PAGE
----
Chemistry: What's in a Name? Ionic Nomenclature
What's in a Name? Ionic Nomenclature
If you've been doing chemistry for any length of time, you're well aware of the difficulty posed with naming ionic compounds. Anybody who has needed CuCl2 and found that the only chemicals available are "cuprous chloride" and "cupric chloride" knows how much trouble naming ionic compounds can be. Fortunately, we're going to discuss a method for making ionic naming simple and easy.
Before we get started with naming, we need to learn about polyatomic ions. As the name suggests, polyatomic ions are ions that contain more than one atom. An example of a polyatomic ion is the hydroxide ion, which has the formula OH-1; together, the oxygen and hydrogen have a net -1 charge. Generally, polyatomic ions are anions, though the ammonium and mercury(I) cations are exceptions. Polyatomic ions are found in many ionic compounds, making it important that you learn the names and formulas of the more common ions:
|Name of Ion||Formula and Charge of Ion|
Writing Ionic Names from Formulas
Now that we're familiar with polyatomic ions, let's learn how to name ionic compounds when given their chemical formulas by using the following steps:
Determine the "base name" of the ionic compound. Ionic compound base names contain two words:
- The first word is the name of the cation. Unless the cation is "ammonium" (in which case you already know its name), the name of the cation is the same as the name of the element. For example, the first word in "NaOH" is "sodium."
- The second word is the name of the anion. If the anion is a polyatomic ion, you can just look up the name on the chart of polyatomic ions shown earlier. For example, "NaOH" is "sodium hydroxide." If the anion is a single element, replace the ending of the element name with "-ide." For example, NaBr would be "sodium bromide."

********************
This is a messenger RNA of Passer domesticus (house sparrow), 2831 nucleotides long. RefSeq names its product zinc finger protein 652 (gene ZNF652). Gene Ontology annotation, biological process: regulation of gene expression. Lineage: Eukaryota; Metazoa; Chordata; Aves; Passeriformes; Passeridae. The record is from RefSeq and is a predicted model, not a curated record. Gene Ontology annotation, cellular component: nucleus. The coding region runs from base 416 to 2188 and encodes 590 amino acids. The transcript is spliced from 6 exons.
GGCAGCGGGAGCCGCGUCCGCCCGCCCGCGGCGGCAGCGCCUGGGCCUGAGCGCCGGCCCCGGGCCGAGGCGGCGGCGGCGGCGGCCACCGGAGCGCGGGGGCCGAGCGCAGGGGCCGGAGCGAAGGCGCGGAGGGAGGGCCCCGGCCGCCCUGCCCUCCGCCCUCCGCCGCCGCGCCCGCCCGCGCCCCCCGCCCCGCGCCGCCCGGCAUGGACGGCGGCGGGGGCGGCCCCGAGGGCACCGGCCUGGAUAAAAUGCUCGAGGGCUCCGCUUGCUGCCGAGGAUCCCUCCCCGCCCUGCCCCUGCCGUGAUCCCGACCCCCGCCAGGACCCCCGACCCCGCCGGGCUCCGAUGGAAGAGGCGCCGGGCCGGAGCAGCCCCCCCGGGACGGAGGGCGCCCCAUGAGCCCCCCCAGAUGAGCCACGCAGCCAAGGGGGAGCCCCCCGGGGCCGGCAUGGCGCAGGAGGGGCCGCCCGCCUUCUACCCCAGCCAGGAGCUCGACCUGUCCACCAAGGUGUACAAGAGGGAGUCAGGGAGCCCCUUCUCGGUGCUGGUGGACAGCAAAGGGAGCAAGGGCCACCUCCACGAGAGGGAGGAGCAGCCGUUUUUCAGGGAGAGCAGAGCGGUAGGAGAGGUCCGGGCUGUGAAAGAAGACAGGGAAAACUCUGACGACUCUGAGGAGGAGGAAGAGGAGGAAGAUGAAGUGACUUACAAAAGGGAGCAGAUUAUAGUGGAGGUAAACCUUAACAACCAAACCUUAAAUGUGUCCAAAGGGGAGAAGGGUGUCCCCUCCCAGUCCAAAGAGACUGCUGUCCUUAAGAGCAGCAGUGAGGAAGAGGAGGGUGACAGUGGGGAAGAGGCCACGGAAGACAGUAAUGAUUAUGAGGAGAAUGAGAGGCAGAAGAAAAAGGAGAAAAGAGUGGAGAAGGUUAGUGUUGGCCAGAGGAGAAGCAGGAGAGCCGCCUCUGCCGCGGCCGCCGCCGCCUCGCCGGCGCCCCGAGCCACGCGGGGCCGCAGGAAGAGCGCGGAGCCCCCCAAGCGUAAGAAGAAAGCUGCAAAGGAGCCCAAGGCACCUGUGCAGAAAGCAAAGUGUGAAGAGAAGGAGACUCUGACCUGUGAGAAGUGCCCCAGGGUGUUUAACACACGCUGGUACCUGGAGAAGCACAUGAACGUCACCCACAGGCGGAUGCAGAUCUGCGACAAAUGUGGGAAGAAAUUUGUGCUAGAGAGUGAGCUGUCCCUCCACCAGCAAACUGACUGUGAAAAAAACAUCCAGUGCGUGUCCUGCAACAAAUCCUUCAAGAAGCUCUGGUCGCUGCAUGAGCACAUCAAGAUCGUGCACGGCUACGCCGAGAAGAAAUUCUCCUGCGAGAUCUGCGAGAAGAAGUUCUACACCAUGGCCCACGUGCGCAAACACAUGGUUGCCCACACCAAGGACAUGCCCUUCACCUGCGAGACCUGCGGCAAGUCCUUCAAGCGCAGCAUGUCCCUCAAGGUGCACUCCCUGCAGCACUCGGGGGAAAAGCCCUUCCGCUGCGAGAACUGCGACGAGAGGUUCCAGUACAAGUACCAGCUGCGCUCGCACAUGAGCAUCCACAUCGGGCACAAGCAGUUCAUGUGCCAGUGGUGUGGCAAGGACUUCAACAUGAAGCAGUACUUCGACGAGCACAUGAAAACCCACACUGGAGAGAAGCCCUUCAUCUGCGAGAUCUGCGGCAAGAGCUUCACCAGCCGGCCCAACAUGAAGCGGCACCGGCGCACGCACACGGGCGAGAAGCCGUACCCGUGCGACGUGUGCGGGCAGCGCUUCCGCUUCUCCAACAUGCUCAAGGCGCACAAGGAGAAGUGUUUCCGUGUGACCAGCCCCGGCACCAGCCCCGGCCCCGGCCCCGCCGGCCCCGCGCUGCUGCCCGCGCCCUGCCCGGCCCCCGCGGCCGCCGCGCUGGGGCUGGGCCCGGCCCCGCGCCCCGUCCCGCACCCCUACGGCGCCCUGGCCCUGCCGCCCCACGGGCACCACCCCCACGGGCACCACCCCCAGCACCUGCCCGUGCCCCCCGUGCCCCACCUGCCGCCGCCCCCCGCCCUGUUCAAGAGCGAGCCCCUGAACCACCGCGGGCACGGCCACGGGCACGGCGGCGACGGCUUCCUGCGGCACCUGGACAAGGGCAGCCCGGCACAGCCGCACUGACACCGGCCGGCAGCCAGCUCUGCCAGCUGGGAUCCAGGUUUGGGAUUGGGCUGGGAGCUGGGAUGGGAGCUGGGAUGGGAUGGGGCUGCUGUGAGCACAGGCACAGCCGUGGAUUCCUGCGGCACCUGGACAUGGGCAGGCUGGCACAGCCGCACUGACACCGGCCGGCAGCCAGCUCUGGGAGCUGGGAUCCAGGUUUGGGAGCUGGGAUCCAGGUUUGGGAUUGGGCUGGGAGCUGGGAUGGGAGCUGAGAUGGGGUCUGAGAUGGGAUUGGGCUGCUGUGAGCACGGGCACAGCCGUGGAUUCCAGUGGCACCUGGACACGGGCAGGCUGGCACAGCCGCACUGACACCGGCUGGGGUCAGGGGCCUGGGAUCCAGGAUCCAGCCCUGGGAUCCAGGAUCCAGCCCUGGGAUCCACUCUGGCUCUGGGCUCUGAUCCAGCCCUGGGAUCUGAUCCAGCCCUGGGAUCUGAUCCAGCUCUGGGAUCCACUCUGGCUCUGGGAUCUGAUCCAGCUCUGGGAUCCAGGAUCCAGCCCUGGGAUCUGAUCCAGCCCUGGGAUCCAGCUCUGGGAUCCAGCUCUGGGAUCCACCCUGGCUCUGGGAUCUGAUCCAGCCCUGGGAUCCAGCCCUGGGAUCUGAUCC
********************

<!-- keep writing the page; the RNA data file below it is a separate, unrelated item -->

Determine whether or not the compound will require a Roman numeral.
For many compounds, you can stop with the base name. However, some elements that form cations can have more than one possible charge. For example, iron can form two ionic compounds with chlorine; "FeCl2" and "FeCl3." Because the naming system we just learned would call both of these compounds "iron chloride," we need some way to distinguish between them. To do this, we write a Roman numeral after the name of the cation to indicate the amount of positive charge it has.
Use Roman numerals only when naming ionic compounds that have cations with more than one possible positive charge. If you place Roman numerals in all compound names, they will be wrong when misapplied.
Unfortunately, we can't just go putting Roman numerals for all ionic compounds. We can only do it for compounds containing cations that commonly bear more than one possible charge. To help us with this job, take a look at the following figure, which shows the positive charges of many common cations.
As you can see, some elements can have several different possible positive charges. Cobalt (Co), for example, can have either a charge of +2 or +3, making it necessary to use Roman numerals to distinguish between them. Zinc, on the other hand, doesn't require Roman numerals in its compound names because it only forms stable cations with a charge of +2.